What damage is caused by jumping to conclusions?
There was a sharing frenzy on my personal Facebook feed over the weekend as the video of molten copper being poured over a Big Mac went viral.
If you missed it, here it is:
All the shared posts were littered with comments denigrating the humble Big Mac.
“OMG what damage this burger must cause to your digestive system if it’s impervious to molten copper!!
This vid will change your mind about ever eating a Big Mac again” 🙁
And so forth.
Except, that whilst a Big Mac may not be a particularly healthy menu choice, it’s not wreaking havoc with your digestive system. It’s also NOT impervious to molten copper.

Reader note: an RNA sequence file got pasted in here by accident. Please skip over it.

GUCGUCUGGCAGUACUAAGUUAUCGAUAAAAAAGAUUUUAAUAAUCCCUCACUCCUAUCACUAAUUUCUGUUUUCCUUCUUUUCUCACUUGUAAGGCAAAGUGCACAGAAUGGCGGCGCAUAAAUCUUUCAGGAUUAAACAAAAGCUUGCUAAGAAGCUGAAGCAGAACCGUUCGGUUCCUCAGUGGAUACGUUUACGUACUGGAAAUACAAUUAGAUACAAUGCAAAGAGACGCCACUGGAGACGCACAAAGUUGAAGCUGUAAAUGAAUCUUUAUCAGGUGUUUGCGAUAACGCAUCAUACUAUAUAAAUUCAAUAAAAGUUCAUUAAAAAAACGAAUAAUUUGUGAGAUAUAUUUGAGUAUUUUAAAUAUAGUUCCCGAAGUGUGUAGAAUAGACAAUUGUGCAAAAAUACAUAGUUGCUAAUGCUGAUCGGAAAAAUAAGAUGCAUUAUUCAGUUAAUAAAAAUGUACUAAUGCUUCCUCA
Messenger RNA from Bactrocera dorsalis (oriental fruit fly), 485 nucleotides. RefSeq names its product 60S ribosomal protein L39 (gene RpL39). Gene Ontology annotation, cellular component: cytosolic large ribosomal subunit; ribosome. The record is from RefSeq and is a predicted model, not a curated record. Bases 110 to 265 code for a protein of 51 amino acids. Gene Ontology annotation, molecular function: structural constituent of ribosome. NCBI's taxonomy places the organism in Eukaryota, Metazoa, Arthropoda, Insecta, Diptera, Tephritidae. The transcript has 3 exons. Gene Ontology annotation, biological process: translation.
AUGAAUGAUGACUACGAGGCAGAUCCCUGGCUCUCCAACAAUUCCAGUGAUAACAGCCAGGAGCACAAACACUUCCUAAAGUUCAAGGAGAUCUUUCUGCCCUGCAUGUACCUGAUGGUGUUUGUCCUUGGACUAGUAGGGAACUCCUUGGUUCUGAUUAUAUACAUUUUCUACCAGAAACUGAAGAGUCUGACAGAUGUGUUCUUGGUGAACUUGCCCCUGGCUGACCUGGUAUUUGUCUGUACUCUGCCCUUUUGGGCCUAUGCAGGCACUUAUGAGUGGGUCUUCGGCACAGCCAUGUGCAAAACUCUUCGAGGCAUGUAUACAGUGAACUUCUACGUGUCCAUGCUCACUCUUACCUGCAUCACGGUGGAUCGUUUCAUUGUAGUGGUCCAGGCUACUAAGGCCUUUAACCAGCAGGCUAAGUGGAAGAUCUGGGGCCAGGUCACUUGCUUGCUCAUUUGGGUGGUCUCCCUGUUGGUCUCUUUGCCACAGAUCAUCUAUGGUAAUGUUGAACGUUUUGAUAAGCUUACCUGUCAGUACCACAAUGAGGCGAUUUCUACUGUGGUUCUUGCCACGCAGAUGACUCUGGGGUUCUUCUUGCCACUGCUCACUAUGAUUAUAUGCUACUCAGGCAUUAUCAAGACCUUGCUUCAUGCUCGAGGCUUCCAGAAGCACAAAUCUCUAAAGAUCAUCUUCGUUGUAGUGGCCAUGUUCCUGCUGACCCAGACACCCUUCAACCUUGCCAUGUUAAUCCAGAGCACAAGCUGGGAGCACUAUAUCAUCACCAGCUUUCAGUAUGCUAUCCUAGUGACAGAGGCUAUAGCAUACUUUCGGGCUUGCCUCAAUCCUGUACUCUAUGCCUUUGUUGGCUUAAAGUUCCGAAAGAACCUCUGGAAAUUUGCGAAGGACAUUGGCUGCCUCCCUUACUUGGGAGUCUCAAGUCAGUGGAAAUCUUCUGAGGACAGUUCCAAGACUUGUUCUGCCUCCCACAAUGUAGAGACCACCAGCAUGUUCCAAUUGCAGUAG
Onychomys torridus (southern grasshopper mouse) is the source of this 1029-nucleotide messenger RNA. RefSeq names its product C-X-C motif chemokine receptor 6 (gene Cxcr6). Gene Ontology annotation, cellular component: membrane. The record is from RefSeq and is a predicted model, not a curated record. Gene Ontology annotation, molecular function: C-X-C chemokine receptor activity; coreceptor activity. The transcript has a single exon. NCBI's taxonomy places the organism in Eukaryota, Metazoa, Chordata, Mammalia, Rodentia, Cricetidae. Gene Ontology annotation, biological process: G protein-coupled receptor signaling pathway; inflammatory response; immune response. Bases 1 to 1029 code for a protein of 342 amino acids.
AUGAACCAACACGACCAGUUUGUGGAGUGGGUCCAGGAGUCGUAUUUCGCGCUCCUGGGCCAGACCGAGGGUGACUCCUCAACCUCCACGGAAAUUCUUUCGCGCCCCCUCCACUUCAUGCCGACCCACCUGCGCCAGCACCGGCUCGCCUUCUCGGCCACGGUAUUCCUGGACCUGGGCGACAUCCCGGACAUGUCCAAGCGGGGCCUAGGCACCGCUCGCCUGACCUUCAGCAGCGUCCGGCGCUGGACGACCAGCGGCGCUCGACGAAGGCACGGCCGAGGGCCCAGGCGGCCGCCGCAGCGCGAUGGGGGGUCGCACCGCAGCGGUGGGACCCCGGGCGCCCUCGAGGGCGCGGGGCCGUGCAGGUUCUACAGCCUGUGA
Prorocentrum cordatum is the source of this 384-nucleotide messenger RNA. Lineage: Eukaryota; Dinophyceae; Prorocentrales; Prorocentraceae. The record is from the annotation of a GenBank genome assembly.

I get why people would see this video and think that a Big Mac must be toxically unhealthy. But it’s a great example of jumping to conclusions.
The Big Mac isn’t from planet Krypton. It’s being protected by science. It’s called the Leidenfrost effect. The extreme heat from molten copper (or other metals for that matter) creates a layer of water vapour between the copper and the big mac, causing the molten copper to harmless fall away from the burger.
We jump to the wrong conclusion quite often – mostly without even realising. Happens at work quite frequently too.
So when we teach about improvements in our lean training courses, we spend time talking about defining your problem and investigating potential root causes before we launch straight into solutions mode.
You might want to stop eating Big Macs to be healthier – but this video shouldn’t be reason you stop eating them.